Cholesterol's connection to heart disease
By Clare E. Urwin
SURABAYA (JP): What exactly is cholesterol anyway? Well, for a start, it's the one component in our diet which causes more debate and argument than almost anything else. Even the word brings fear to some. We are constantly bombarded by advice and warnings about cholesterol, while at the same time most modern food advertising seems to claim that it's free of the stuff.
Middle-aged men are urged from all sides to watch their cholesterol in order hopefully to lower it, and thereby reduce their risk of a heart attack. With almost religious zeal we are told to stop eating egg yolks and to start taking fish oil supplements. What's going on?
The cholesterol controversy is complicated. Even though it's such a serious concern for many people, numerous unresolved issues still remain. One day the media seems filled with reports of new findings and declarations, yet the next day there appears just as many counterclaims. It's not surprising we are confused.
Most people know that too much cholesterol is in some way connected to heart disease. It is. But the belief that by using drugs or limiting fat intake we can lower blood cholesterol and easily reduce heart attacks is now questioned.
High cholesterol continues to be regarded as a risk factor in heart disease, but so is smoking, high blood pressure, lack of exercise, genetic predisposition and a bad diet. Risk factors are complex and individual. There are no simple answers.
Nevertheless, the fact remains that in heart disease, certain issues are understood well enough to make recommendations. Keeping cholesterol levels in check is one of them. So it seems to be common sense to play it safe and do exactly that.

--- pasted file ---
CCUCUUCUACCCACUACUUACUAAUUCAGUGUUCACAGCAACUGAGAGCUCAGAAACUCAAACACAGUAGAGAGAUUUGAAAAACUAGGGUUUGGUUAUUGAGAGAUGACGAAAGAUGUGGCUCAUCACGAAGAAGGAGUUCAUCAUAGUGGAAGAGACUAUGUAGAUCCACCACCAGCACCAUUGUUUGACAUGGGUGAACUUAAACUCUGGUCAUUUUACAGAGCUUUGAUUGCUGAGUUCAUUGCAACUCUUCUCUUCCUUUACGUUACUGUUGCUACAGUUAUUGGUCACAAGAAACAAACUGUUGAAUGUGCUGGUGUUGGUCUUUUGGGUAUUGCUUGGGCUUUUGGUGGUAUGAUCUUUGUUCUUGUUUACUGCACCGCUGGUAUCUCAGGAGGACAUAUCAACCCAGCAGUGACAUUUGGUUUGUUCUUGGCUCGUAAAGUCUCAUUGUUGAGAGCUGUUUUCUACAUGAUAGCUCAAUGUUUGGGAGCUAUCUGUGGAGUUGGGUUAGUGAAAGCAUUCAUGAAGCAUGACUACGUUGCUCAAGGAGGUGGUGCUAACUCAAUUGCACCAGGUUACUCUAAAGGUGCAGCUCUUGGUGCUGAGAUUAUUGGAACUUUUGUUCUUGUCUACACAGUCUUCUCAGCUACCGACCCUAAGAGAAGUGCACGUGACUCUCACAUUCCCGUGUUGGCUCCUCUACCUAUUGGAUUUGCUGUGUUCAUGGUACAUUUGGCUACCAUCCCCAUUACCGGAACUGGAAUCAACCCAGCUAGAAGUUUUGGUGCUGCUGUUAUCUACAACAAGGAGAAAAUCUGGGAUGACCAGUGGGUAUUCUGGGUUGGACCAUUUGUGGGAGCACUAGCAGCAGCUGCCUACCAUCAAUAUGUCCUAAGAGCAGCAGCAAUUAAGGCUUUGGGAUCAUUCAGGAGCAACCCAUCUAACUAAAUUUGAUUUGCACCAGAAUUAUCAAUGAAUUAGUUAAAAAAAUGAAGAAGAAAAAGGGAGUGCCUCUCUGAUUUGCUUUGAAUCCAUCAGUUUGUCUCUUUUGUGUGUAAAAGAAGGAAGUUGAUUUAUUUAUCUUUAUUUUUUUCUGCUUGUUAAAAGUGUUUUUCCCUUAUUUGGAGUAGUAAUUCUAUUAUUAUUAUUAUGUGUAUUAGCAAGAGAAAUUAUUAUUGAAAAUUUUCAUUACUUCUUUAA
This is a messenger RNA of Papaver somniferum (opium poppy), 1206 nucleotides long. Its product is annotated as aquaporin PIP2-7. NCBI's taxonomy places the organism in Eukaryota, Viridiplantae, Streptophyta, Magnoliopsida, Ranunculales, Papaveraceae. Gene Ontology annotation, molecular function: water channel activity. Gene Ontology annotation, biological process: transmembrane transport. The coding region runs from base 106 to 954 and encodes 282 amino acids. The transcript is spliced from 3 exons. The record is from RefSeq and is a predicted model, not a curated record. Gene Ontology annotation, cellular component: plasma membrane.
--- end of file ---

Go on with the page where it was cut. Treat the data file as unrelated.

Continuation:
So, what is cholesterol and what is its connection to heart disease?
Contrary to the negative publicity surrounding it, in reality cholesterol is essential to maintaining life. It's a soft waxy substance, naturally occurring in the body and produced by the liver in varying quantities.
Cholesterol is needed to build cell membranes and to form sex hormones. It is required for the synthesis of Vitamin D and is an important structural part of the protective covering of our nerves.
The liver makes all the cholesterol the body normally needs, but there are many dietary sources of it too. A major point of confusion is the difference between dietary cholesterol, what you eat in foods, and blood or serum cholesterol, which circulates in the blood. When a doctor says watch your cholesterol, he or she is referring to the level in your blood.
Eating high-cholesterol foods may have a small relationship to blood cholesterol level, but it's far less important than saturated or trans fat intake. For instance, cholesterol is only found in animal products, but some highly saturated fats from plants, such as coconut and palm oil, do raise blood cholesterol levels in humans.
Cholesterol is found in foods such as eggs, shellfish, meat and dairy products. People with coronary heart disease, raised blood levels or who have high risk factors are probably wise to avoid too many cholesterol-rich foods.
However don't become overzealous. Eggs may contain cholesterol but they are a very healthy food and the yolks contain the valuable Omega 3 essential fatty acids, which actually protect the heart.